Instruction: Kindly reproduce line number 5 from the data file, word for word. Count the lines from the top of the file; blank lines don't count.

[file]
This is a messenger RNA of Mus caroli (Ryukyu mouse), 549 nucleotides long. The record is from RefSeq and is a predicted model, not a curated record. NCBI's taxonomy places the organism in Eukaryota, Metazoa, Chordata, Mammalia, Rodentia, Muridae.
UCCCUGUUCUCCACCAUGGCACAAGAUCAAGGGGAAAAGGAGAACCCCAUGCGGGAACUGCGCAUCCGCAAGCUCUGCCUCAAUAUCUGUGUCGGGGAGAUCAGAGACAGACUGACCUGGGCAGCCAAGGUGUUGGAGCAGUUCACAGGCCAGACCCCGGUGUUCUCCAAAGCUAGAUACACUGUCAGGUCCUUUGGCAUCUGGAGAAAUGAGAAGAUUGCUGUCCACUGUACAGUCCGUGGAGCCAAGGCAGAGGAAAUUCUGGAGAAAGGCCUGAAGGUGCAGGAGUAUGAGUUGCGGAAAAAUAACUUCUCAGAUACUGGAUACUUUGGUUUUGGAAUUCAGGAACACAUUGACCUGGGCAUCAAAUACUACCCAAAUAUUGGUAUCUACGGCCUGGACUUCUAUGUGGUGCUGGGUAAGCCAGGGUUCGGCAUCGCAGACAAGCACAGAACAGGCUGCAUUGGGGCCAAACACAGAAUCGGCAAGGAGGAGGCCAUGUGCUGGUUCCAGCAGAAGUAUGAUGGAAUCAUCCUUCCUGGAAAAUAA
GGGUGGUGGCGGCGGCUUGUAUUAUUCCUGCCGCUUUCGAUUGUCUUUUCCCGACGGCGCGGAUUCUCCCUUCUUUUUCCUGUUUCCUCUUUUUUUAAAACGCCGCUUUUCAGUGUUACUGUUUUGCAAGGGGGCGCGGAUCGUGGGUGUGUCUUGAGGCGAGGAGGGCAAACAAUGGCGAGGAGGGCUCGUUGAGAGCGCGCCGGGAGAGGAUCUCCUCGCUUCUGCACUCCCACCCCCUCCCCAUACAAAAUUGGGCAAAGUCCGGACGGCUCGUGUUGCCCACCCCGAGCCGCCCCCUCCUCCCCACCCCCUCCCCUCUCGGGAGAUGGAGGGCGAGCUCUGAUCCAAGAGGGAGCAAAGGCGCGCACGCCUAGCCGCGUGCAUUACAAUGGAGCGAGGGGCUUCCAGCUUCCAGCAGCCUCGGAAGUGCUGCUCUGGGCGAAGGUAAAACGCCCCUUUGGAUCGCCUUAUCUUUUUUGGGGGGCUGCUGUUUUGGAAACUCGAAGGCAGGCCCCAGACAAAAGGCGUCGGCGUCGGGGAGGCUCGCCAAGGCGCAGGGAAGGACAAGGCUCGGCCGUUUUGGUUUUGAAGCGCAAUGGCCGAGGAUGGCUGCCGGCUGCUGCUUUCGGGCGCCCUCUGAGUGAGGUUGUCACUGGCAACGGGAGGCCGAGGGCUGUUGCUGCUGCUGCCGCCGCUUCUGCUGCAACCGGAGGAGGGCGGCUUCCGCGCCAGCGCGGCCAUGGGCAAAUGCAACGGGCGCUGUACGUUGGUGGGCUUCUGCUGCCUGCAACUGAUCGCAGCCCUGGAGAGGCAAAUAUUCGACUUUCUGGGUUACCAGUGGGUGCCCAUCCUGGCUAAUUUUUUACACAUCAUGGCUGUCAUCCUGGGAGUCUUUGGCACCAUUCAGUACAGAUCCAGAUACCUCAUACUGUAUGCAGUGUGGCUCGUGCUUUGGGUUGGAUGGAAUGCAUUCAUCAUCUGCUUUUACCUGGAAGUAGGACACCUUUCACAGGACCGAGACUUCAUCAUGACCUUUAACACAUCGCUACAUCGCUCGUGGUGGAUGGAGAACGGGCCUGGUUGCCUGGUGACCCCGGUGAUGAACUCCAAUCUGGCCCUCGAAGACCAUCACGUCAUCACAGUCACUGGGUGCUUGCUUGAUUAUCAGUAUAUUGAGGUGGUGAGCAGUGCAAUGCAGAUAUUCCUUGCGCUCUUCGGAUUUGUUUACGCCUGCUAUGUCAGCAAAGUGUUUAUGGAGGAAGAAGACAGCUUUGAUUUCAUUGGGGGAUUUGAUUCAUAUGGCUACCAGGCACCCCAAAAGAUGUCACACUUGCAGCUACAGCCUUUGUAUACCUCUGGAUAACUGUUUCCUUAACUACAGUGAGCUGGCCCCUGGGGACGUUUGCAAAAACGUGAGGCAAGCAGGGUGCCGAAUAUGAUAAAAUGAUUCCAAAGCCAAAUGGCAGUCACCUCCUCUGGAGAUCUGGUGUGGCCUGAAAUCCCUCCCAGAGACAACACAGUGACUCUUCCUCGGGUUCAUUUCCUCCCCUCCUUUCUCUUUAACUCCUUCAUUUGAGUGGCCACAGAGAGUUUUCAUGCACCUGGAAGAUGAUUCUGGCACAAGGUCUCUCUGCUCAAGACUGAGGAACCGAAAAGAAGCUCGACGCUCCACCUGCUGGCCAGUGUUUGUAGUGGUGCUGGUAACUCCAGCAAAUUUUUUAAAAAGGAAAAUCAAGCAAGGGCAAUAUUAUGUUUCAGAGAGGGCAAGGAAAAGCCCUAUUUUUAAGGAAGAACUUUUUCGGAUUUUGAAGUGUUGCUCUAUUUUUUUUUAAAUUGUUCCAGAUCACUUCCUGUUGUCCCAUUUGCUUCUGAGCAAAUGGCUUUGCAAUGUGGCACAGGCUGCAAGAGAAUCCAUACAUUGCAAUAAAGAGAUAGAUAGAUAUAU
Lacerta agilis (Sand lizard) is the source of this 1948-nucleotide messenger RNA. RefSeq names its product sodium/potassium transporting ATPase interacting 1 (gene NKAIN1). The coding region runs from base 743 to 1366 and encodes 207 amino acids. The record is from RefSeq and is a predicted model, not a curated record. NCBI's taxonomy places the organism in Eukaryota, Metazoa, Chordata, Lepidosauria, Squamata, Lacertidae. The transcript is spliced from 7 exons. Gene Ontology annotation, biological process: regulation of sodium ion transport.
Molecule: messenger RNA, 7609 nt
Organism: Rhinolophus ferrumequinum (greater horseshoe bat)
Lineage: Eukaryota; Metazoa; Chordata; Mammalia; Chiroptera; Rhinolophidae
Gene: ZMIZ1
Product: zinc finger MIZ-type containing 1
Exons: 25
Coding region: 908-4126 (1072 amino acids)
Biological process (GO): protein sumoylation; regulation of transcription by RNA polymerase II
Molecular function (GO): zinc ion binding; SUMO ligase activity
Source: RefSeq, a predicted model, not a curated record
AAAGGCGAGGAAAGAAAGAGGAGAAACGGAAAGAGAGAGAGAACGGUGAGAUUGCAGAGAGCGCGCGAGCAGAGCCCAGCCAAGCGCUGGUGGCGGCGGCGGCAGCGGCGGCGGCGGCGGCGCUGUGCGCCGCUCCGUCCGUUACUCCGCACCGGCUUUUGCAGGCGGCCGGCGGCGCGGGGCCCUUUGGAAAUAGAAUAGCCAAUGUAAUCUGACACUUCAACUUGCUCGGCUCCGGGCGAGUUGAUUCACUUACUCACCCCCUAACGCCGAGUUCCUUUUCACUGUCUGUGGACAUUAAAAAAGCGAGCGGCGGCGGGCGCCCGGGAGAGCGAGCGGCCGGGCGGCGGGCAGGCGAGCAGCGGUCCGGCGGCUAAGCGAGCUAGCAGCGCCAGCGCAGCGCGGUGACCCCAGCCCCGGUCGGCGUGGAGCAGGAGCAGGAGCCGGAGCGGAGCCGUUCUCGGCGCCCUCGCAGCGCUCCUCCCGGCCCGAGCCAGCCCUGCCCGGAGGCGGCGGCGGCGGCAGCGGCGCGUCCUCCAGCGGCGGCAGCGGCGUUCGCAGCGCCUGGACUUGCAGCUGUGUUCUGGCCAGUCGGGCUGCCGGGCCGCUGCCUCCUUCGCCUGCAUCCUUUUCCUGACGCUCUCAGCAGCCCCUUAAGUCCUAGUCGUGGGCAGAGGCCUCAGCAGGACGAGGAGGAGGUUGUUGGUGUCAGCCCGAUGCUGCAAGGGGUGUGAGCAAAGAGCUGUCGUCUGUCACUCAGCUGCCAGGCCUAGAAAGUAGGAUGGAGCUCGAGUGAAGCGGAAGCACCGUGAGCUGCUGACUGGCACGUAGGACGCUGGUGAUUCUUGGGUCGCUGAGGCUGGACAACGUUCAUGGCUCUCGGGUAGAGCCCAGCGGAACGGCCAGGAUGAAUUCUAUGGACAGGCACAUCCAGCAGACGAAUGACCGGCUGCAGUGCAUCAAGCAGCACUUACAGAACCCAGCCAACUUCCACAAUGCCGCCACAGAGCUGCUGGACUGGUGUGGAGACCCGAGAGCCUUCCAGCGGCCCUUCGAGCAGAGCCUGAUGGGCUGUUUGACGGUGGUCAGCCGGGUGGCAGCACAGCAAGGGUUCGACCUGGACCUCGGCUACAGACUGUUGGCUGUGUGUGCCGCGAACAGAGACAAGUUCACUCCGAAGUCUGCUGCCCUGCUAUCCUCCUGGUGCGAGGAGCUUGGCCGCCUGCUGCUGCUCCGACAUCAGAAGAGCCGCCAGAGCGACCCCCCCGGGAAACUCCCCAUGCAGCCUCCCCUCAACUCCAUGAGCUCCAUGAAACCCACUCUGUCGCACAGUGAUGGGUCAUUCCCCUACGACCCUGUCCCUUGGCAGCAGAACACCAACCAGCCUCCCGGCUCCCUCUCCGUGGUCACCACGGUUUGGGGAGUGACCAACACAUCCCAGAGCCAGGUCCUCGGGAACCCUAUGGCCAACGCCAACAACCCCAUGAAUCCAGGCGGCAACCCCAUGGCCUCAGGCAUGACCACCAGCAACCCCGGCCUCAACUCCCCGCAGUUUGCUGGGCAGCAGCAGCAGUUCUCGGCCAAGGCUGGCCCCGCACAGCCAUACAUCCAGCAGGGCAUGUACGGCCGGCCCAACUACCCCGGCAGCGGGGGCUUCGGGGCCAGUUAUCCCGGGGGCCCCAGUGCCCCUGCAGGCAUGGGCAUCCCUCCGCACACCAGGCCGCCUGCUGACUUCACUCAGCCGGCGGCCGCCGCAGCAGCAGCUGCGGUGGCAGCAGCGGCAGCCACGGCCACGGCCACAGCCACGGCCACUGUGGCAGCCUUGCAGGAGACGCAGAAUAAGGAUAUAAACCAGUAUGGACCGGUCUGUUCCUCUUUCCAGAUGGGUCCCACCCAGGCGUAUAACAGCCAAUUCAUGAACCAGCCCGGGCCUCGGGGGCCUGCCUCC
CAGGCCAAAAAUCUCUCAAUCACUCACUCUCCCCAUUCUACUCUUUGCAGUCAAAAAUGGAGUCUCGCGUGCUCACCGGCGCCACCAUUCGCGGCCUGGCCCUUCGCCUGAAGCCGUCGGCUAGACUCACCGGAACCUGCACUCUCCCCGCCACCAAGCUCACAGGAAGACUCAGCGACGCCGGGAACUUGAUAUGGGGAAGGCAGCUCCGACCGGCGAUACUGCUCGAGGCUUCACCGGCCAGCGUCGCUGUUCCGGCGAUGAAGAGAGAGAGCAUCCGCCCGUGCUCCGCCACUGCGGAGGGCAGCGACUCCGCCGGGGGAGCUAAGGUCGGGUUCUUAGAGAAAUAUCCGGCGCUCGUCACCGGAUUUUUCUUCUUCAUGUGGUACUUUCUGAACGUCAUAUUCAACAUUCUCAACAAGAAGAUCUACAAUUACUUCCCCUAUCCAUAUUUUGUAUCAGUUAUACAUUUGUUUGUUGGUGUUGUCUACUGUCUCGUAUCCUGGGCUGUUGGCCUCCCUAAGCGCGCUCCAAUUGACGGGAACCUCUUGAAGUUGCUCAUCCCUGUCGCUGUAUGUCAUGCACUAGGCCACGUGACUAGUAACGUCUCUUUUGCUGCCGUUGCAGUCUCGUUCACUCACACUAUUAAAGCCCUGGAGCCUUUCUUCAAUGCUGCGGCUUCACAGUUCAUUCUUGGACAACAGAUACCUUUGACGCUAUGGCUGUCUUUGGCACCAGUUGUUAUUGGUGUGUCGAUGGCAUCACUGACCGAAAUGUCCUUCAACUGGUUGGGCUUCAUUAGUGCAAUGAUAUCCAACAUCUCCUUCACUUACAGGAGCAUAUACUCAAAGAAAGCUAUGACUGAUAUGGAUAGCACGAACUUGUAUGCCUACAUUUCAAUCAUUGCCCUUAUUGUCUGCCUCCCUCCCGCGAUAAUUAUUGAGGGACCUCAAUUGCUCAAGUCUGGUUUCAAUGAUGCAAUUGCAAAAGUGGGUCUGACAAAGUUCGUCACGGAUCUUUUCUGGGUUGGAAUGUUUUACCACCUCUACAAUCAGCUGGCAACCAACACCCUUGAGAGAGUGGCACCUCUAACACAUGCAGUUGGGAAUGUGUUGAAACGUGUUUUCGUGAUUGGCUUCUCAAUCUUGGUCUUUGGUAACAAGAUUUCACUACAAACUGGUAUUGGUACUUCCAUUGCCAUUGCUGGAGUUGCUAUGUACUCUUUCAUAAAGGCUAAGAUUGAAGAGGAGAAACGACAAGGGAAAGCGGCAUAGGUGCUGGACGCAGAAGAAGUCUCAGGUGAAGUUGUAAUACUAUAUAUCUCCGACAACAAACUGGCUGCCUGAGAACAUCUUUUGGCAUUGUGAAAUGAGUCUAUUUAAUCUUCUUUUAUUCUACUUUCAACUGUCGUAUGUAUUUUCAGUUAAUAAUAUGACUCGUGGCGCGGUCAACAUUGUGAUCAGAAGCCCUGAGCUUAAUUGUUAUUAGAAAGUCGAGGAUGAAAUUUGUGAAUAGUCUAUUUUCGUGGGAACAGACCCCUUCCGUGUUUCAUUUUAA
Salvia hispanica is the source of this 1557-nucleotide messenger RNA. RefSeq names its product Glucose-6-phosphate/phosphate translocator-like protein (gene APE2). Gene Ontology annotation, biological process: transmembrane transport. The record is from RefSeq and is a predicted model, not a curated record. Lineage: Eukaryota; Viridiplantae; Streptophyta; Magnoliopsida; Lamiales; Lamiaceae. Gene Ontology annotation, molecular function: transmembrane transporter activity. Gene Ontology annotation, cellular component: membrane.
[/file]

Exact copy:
Molecule: messenger RNA, 7609 nt